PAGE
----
So, I think the net neutrality issue is very difficult. I think it’s a lose-lose. It’s a good idea in theory because it basically appeals to this very powerful idea of permissionless innovation. But at the same time, I think that a pure net neutrality view is difficult to sustain if you also want to have continued investment in broadband networks. If you’re a large telco right now, you spend on the order of $20 billion a year on capex. You need to know how you’re going to get a return on that investment. If you have these pure net neutrality rules where you can never charge a company like Netflix anything, you’re not ever going to get a return on continued network investment — which means you’ll stop investing in the network. And I would not want to be sitting here 10 or 20 years from now with the same broadband speeds we’re getting today. So the challenge, I think, is to accommodate both of those goals, which is a very difficult thing to do. And I don’t envy the FCC and the complexity of what they’re trying to do.
The ultimate answer would be if you had three or four or five broadband providers to every house. And I think you actually have the potential for that depending on how things play out from here. You’ve got the cable companies; you’ve got the telcos. Google Fiber is expanding very fast, and I think it’s going to be a very serious nationwide and maybe ultimately worldwide effort. I think that’s going to be a much bigger scale in five years.
So, you can imagine a world in which there are five competitors to every home for broadband: telcos, cable, Google Fiber, mobile carriers and unlicensed spectrum. In that world, net neutrality is a much less central issue, because if you’ve got competition, if one of your providers started to screw with you, you’d just switch to another one of your providers.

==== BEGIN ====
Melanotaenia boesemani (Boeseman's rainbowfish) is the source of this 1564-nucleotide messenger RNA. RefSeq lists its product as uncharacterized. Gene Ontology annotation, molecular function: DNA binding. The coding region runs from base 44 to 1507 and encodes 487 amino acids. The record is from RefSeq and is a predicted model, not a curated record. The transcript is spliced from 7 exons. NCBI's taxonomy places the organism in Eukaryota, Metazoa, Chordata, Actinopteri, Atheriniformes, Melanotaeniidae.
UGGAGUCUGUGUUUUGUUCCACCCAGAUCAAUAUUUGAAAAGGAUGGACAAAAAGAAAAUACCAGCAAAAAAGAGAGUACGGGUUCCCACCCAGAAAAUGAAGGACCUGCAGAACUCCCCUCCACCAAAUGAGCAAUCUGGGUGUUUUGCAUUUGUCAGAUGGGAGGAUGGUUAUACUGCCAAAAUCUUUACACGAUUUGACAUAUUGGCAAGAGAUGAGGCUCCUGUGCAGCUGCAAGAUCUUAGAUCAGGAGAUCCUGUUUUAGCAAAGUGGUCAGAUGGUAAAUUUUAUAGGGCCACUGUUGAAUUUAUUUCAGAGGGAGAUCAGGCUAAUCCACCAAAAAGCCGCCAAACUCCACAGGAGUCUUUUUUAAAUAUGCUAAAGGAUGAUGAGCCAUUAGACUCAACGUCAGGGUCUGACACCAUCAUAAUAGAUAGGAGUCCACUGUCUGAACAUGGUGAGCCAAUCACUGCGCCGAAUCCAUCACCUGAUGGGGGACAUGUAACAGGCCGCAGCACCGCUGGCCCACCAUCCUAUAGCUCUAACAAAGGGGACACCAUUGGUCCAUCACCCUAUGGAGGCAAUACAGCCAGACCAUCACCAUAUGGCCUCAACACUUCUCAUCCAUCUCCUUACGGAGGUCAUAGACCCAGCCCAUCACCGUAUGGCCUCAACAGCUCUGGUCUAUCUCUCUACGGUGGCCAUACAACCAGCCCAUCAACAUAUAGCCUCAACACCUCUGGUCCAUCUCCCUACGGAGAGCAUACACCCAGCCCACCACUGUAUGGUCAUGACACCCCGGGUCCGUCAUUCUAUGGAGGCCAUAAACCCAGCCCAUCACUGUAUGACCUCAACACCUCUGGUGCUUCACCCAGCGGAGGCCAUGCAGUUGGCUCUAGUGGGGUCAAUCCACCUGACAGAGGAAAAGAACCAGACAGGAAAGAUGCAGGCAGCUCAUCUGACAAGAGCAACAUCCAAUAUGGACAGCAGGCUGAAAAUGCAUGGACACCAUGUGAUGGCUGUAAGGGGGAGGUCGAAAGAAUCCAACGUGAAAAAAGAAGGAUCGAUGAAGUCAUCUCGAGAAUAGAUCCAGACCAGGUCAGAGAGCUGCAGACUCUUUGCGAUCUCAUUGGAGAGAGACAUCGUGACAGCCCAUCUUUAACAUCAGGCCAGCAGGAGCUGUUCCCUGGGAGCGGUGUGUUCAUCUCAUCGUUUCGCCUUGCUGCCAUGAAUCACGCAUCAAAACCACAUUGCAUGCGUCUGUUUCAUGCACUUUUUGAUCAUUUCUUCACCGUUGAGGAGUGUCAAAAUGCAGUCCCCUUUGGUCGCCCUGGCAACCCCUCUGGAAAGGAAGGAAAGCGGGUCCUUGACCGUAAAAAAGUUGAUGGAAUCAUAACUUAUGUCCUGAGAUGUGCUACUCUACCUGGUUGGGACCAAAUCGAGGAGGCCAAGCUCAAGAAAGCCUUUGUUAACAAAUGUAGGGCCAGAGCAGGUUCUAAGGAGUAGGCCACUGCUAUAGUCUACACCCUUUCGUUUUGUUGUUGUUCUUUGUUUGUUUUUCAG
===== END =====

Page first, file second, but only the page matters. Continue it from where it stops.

This covers I think the central concern very well, though it’s surprising to me that Andreessen acts as if there’s no way to reconcile the twin goals of ensuring the investors in infrastructure can make a return and ensuring the infrastructure they build will be designed according to rules that serve the public interest. Of course there is — government subsidy. This is not a new idea. It’s been used in the past to build railroads, the phone network, etc.
If Comcast and Verizon (and Google and anyone else with a credible plan to build) gets $15 billion a year (say) in subsidies to build out a neutral network infrastructure, what’s the problem? Investors are now only in the hole $5 billion a year instead of $20 billion so they are much more likely to be able to make a reasonable return, society gets faster network speeds and permissionless innovation (such as the kind that allowed Andreessen to create one of the first web browsers, Mosaic, and to market it as Netscape, back before he became a VC). This seems to me like a “win-win.”
Further, Andreessen neglects to mention the best reason for network neutrality: it’s a better network design. It’s hard to anticipate all future uses of a given network. The phone network was originally designed for voice and yet it gave rise to the consumer internet; cable was originally designed for television but it’s now being repurposed for data usage. We don’t know if today’s heavy traffic users (i.e. streaming video) are going to be anything like tomorrow’s, so it’s better to build a network that can handle any type of data, rather than optimizing the network for particular uses which may not be as important as we assume.